Greetings!

If you will, please imagine the following:

Another unemployed day, another bloody empty day. All this morning has been spent in a low-level malaise as you contemplate the inherent irony of the term ‘jobbing actor’ You have this achingly persistent feeling that life is passing you by while you do…well, this! Not to mention the cash flow ‘challenges’ as another bill hits the doormat. Then something happens…a phone call…an unknown number… the producer from that commercial audition…hang on…hang on a minute…it’s a yes!!! A bloody yes!!! Sweet relief!! Melancholy to euphoria in 1.5 seconds; this is why you’re an actor. That feeling makes all that uncertainty worthwhile. All those nagging doubts evaporate blissfully.  Okay, so it’s not high art but it’s something, and it’s a damn good pay day…

…Except it isn’t.

It’s the lowest of low balls, it’s only (please insert your definition of a derisory amount here). Just under half what you could reasonably expect.

That malaise you bid bon voyage to a moment ago, gives a wink and snuggles back in.

You feel torn; this goes against every professional fibre in your being and not how you expect others to behave either. However, the cash, even this amount, would be amazing right now…It’s tempting, so tempting.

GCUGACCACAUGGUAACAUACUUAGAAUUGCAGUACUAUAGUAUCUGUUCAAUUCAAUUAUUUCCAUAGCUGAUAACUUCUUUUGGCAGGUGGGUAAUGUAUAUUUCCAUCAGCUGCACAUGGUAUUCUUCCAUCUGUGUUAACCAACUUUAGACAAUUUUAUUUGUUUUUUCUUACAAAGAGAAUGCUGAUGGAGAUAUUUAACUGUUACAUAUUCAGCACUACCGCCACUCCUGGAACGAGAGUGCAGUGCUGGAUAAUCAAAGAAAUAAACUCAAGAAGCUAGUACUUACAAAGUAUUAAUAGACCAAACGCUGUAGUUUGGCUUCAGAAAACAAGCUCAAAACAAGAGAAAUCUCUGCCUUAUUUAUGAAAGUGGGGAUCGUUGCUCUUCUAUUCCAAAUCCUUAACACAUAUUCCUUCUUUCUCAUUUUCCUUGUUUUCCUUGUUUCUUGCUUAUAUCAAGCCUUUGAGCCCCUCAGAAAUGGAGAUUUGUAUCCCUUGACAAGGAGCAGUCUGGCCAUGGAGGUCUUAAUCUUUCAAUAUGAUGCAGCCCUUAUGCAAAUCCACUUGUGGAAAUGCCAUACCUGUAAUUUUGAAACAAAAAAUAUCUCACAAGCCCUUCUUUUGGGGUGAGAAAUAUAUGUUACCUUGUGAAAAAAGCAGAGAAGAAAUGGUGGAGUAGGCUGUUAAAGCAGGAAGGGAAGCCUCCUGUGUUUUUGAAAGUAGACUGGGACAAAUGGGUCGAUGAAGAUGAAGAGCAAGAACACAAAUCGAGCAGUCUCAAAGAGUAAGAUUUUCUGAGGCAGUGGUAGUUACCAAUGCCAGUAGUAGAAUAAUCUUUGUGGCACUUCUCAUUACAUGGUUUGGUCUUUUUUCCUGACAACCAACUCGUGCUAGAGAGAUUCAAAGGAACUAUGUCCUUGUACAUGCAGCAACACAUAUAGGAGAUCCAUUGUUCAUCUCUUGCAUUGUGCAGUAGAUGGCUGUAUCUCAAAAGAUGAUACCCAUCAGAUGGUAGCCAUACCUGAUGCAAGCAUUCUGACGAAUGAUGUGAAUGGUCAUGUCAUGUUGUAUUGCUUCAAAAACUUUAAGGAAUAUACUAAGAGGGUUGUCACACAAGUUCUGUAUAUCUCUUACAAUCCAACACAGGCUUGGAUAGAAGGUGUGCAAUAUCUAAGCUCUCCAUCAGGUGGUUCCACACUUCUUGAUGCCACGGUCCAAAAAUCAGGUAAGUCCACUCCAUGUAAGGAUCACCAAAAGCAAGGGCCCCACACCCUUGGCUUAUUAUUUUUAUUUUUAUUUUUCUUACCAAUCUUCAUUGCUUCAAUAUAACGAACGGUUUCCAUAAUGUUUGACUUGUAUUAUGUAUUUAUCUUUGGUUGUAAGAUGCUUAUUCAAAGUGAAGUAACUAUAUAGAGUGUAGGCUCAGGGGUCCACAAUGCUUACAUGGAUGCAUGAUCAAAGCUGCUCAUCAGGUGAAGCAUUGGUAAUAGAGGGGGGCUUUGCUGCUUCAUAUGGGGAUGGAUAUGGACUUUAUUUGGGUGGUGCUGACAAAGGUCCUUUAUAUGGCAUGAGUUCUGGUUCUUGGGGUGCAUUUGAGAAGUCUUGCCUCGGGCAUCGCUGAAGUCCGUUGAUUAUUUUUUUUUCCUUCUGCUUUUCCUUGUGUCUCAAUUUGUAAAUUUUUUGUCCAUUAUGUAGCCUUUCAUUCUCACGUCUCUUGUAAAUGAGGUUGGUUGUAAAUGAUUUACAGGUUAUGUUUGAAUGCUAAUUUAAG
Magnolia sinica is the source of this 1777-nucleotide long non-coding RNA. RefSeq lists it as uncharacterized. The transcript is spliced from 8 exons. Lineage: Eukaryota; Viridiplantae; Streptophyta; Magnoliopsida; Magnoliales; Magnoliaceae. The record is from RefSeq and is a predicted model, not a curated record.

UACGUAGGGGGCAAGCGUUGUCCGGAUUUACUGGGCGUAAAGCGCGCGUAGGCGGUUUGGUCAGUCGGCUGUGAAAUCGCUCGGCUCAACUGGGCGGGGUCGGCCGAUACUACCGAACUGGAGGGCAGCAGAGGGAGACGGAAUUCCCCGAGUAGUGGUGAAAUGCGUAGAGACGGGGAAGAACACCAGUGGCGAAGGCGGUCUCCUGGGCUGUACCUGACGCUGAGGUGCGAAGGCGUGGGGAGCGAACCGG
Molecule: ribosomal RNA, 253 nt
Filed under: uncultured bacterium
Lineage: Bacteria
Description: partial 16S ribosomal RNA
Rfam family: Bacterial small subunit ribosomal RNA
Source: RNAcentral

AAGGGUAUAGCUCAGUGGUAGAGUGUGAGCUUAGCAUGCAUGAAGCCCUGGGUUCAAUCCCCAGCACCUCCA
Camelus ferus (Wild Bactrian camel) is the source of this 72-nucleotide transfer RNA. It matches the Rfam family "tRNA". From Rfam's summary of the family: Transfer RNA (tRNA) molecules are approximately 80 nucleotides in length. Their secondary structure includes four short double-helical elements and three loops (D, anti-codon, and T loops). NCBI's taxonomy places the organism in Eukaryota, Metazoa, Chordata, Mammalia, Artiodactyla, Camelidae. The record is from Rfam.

A moral dilemma stands before you; to accept the job or not, that is the question.

As a PhD researcher (moral & political psychology), I have no skin in the game and certainly not here to cast any judgements. What I would like to do is present three likely (if broad!) responses and offer a psychology-related perspective on each based on Cognitive Dissonance Theory. This theory states that cognitive dissonance occurs when we hold values, ideas or behaviour that are contradictory. To avoid this unpleasant feeling, we must change our perspective on the situation – change the story we’re telling ourselves.

So, back to the moral dilemma and three potential responses which mean you can accept the job:

  1. A) Dilemma…what moral dilemma? In this profession? C‘mon, It’s a competition, damnit!! This is no ‘everyone gets a medal’ day – it’s Darwinian law for the talent gene!! Every other aspect of the business is competitive so why are we making wheezy, exasperated noises over this? If anyone else was in my position they would do the same thing, for sure.